of smoking and worse SGRQ scores compared to those
without COPD (p < 0.01, all comparisons). The distribution of gender and current smokers was similar between
non-COPD and COPD groups. The following variables
were associated with emphysema (LAA ≤ −950 HU): lower
FEV1 (p < 0.001), lower body mass index (p < 0.001), male
gender (p = 0.002), older age at enrollment (p = 0.038) and
current non-smoking status (p < 0.001); these variables
Carolan et al. Respiratory Research 2014, 15:127
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Table 1 Demographics of individuals in COPDGene and TESRA studies*
COPDGene (n = 588)
n = 247
n = 341
(n = 388)
Age (years)
61 ± 3
65 ± 0.5
p < 0.01
66.6 ± 0.4
Gender (male/female)
p = 0.63
Current smokers (%)
p = 0.23
Smoking history (pack-years)
38 ± 1
54 ± 2
p < 0.001
48 ± 1
Body mass index (kg/m2)
28.9 ± 2.3
27.8 ± 0.3
p = 0.009
26 ± 0.2
FEV1 post bronchodilator (% predicted)
98 ± 3.6
47 ± 1
p < 0.001
50 ± 0.5
FVC post bronchodilator (% predicted)
96 ± 3.6
79 ± 1
p < 0.001
93 ± 0.9
2.3 ± 1.6
15 ± 0.7
p < 0.001
% Emphysema <5%
% Emphysema 5- <10%
% Emphysema 10- <20%
% Emphysema ≥ 20%
HRCT measurements
Average % LAA ≤ −950 HU
Average % LAA ≤ −910 HU
22.6 ± 3.7
39 ± 0.7
% Emphysema <35%
% Emphysema 35- <45%
% Emphysema 45- <55%
% Emphysema ≥55%
−916 ± 4.3
MRC dyspnea score
Average LP15A
p < 0.001
40.7 ± 0.8
−944 ± 1.3
p < 0.001
−945 ± 1.3
0.5 ± 0.1
2.2 ± 0.1
p < 0.001
2.0 ± 0.03
12 ± 3.9
39 ± 1.1
p < 0.001
46 ± 0.8
Patient-reported outcomes
*Presented are the means ± standard errors for COPDGene cohort and TESRA cohort. p values represent difference between no COPD and COPD groups for
COPDGene. FEV1 = Forced expiratory volume at one second; FVC = forced vital capacity; LAA = low area attenuation; N/A = data not available; LP15A = mean lung
attenuation value at the 15th percentile on lung attenuation curve. MRC = Medical Research Council; SGRQ = St. George’s Respiratory Questionnaire.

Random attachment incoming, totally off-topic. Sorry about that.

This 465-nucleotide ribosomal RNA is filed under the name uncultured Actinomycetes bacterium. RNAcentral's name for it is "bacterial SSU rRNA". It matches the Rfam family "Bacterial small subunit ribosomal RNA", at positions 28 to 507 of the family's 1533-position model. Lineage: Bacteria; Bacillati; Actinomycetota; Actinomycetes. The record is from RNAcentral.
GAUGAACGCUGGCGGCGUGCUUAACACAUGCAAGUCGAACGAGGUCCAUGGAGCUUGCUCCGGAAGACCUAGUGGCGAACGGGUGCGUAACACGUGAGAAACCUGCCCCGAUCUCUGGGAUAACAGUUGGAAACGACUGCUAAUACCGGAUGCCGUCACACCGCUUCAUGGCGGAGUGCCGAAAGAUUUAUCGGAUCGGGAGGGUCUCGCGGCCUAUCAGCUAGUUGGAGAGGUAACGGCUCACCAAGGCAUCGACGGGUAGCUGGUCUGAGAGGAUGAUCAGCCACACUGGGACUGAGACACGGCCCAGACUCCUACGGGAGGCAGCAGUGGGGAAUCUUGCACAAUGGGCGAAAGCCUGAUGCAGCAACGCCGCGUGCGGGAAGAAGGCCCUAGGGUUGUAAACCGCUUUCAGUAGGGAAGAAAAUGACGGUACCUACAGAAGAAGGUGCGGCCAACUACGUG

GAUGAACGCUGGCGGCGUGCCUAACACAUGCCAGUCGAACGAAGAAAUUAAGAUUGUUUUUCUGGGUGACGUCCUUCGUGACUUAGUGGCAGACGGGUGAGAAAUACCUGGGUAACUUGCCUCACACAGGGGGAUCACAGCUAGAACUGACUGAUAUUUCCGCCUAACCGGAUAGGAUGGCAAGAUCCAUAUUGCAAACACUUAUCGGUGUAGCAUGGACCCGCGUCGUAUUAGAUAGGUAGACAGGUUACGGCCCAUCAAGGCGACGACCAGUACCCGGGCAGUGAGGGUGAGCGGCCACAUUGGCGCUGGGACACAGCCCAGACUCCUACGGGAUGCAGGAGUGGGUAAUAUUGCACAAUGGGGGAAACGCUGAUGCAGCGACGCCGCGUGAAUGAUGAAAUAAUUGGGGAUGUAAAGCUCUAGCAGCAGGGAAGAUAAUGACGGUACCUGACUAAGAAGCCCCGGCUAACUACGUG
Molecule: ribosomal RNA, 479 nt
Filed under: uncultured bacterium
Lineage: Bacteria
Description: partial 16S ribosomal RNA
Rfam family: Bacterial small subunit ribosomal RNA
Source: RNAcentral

were used as covariates for multiple regression (Additional
file 1: Table S2).
Biomarkers associated with emphysema
A full list of biomarkers analyzed in the COPDGene cohort
is available (Additional file 1: Table S3). After adjusting for
covariates, multiple regression analyses demonstrated a
total of 24 biomarkers associated with radiologic emphysema including 15 biomarkers independently associated
with %LAA ≤ −950 HU (R2 = 0.4), 9 biomarkers associated
with %LAA ≤ −910 HU (R2 = 0.36) and 16 associated with
LP15A (R2 = 0.64, Table 2). There were 6 biomarkers that
were associated with all 3 radiologic emphysema outcome
variables. Advanced glycosylation end-product receptor
(RAGE) was negatively associated with more severe emphysema (Figure 1A). In addition, intercellular adhesion molecule 1 (ICAM1, Figure 1B), macrophage inhibitory protein
3a (CCL20) and cadherin 1 (CDH1, Figure 1C) were negatively associated with emphysema severity. Cadherin 13
(CDH13, Figure 1D) and thyroxin-binding globulin (SERPINA7) were positively correlated with emphysema severity (p < 0.001 for all comparisons). There were 3
biomarkers surfactant associated protein D (SFPD), FAS
ligand receptor (FAS), and malondialdehyde-modified
low-density lipoprotein (MDA LDL) associated with
both %LAA ≤ −910 HU and LP 15 emphysema outcomes (Table 2).
Validation of emphysema biomarkers
Using similar statistical methods (modeling, covariates,
etc.), we attempted to validate the statistically significant
biomarkers using an independent cohort from the
TESRA study. Although %LAA ≤ −910 HU and LP15A
HRCT data were available in the TESRA cohort, %